Alberta government plans to replace lapsed turn-off-the-taps law
B.C. government has battled against the law in court
The Alberta government has allowed its contentious "turn-off-the-taps" law for oil and gas exports to expire, but similar legislation is coming down the pipe in the future.
Premier Jason Kenney proclaimed the law on his first day in office, April 30, 2019, while the two westernmost provinces were engaged in a disagreement over construction of the TransMountain pipeline extension (TMX) project.
The Preserving Canada's Economic Prosperity Act would have allowed Alberta to restrict the flow of oil and gas into B.C. if the B.C. government continued to try to block the pipeline's progress.
The law has been at the centre of a constitutional battle between the two provinces since it was introduced by the former Alberta NDP government.
However, the law had a built-in sunset clause of two years, and as of last week, ceased to be in effect.
In a statement on Tuesday, Alberta Energy Minister Sonya Savage said the government intentionally allowed the law to lapse due to the ongoing legal battles with B.C.
Last week, the Alberta government celebrated a Federal Court of Appeal decision to overturn a lower court injunction against Alberta's turn-off-the-taps law. The B.C. government says Alberta's law is unconstitutional and could cause that province irreparable harm.
At a news conference Wednesday, Kenney said Alberta wanted to see the court's ruling to decide whether the legislation needed changes. He said his government intends to reintroduce the legislation with "minor revisions."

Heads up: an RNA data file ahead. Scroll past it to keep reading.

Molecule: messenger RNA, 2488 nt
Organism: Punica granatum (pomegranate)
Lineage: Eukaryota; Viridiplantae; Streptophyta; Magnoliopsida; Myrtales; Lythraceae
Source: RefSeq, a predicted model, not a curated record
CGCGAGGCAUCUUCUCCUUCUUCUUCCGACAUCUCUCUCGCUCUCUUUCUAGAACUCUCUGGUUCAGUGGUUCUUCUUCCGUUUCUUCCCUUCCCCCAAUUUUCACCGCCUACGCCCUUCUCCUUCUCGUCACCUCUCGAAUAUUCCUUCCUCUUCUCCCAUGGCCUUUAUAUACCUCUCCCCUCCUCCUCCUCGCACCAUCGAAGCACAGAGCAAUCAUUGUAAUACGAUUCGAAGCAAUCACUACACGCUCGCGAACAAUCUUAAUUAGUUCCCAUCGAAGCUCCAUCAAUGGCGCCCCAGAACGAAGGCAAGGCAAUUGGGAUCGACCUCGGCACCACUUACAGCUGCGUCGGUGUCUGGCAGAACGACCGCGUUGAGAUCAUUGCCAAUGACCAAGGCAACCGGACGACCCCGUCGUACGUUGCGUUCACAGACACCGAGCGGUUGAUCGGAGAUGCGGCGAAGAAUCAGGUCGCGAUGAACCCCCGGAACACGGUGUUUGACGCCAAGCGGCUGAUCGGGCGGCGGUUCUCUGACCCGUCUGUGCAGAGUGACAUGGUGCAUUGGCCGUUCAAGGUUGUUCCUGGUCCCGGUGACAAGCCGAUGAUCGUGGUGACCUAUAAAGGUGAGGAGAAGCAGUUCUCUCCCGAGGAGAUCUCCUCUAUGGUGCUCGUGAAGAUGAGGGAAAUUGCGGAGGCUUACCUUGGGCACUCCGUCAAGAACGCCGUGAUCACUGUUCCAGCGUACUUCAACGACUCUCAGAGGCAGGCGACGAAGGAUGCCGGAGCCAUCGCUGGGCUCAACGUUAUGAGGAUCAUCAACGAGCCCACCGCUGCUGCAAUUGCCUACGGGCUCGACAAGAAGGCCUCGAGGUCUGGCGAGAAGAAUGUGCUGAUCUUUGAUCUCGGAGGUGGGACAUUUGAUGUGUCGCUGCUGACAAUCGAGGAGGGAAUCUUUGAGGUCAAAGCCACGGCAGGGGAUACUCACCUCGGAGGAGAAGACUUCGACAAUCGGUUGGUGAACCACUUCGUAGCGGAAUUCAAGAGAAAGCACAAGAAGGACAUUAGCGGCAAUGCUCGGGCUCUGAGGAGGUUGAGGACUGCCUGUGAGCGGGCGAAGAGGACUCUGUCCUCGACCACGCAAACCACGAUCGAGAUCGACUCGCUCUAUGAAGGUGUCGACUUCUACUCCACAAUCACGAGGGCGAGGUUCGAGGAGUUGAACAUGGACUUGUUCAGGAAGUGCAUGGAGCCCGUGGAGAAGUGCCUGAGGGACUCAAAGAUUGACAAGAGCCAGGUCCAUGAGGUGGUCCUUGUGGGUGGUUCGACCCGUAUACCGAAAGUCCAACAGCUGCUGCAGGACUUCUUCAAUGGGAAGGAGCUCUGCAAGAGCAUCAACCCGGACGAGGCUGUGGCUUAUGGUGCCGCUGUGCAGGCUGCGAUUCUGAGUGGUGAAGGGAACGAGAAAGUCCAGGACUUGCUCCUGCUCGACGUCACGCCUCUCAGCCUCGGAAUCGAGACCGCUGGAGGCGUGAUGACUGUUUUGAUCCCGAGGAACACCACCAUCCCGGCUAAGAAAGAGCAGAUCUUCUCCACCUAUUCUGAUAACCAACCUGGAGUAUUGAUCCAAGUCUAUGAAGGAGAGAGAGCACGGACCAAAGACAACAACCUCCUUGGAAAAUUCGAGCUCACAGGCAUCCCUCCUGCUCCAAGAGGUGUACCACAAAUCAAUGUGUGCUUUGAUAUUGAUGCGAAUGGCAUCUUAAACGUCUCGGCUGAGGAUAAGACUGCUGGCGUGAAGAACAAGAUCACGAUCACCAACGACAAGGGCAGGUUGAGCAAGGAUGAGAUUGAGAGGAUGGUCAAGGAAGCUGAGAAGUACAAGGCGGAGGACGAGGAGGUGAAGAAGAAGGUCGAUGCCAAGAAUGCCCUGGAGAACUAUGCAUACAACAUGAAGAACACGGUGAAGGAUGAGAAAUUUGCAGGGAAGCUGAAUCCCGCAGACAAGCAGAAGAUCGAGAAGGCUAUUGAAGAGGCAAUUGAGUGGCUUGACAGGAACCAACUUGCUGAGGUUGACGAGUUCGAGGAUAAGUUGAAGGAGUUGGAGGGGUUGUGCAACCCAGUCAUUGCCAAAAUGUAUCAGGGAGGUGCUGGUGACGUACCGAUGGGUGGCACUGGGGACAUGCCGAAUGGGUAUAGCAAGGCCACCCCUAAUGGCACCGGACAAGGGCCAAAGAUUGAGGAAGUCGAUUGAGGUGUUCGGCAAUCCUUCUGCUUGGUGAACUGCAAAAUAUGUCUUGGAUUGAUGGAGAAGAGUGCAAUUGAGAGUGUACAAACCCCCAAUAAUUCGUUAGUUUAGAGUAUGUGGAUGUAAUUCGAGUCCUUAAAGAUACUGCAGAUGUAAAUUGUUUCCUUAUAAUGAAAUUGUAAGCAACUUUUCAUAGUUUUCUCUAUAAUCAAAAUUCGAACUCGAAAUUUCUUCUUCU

Kenney characterized the court decision as a "win" for Alberta — even though the judges did not rule on the constitutionality of the law.
Although the B.C. government is now co-operating on construction of TMX, Kenney said Alberta still needs a similar law to defend the value of its natural resources.
"We don't know what other kind of circumstances we may be facing in the future, so I think it's useful to have a lot of different tools in our toolkit to defend our vital economic interests," he said.
Academics puzzled by law's lapse
Nigel Bankes, a professor of natural resource law at the University of Calgary, was one of a handful of academics who noticed the law had expired without a peep from the government.
He said despite the government's confident public face, they likely feared the law could be found unconstitutional.
"It does seem odd," Bankes said. "It's always been a centre point of Premier Kenney's policies that we want to do everything that we can to secure access to tidewater."
The former NDP government introduced the legislation in 2018, but did not proclaim it. Opposition energy critic and past NDP Justice Minister Kathleen Ganley said it was a tool the former government wanted to have at their disposal while negotiating with the B.C. government.
Proclaiming the law with no strategic reason was a clumsy move by Kenney, she said.
"They didn't use it because they needed it," she said. "They used it because they wanted to seem like the biggest kid on the playground."
Lori Williams, associate professor of policy studies at Mount Royal University, is said it's peculiar the Alberta government would claim victory over last week's court ruling, then let the law lapse days later.
She questions whether it was the government's intention or an oversight.
The Alberta government could also be trying to change its approach without wanting to appear weak, she said.
"It wouldn't surprise me if they just let it die and hoped that it died quietly because they didn't have any intention of doing anything with it," she said.
Savage's office did not answer a question about when new legislation could be coming.
In a statement on Wednesday, a B.C. government spokesperson said the issue is still before the courts, which limits their ability to comment. The statement said Alberta's law is designed to punish people in B.C. and no court has ruled the law is constitutional.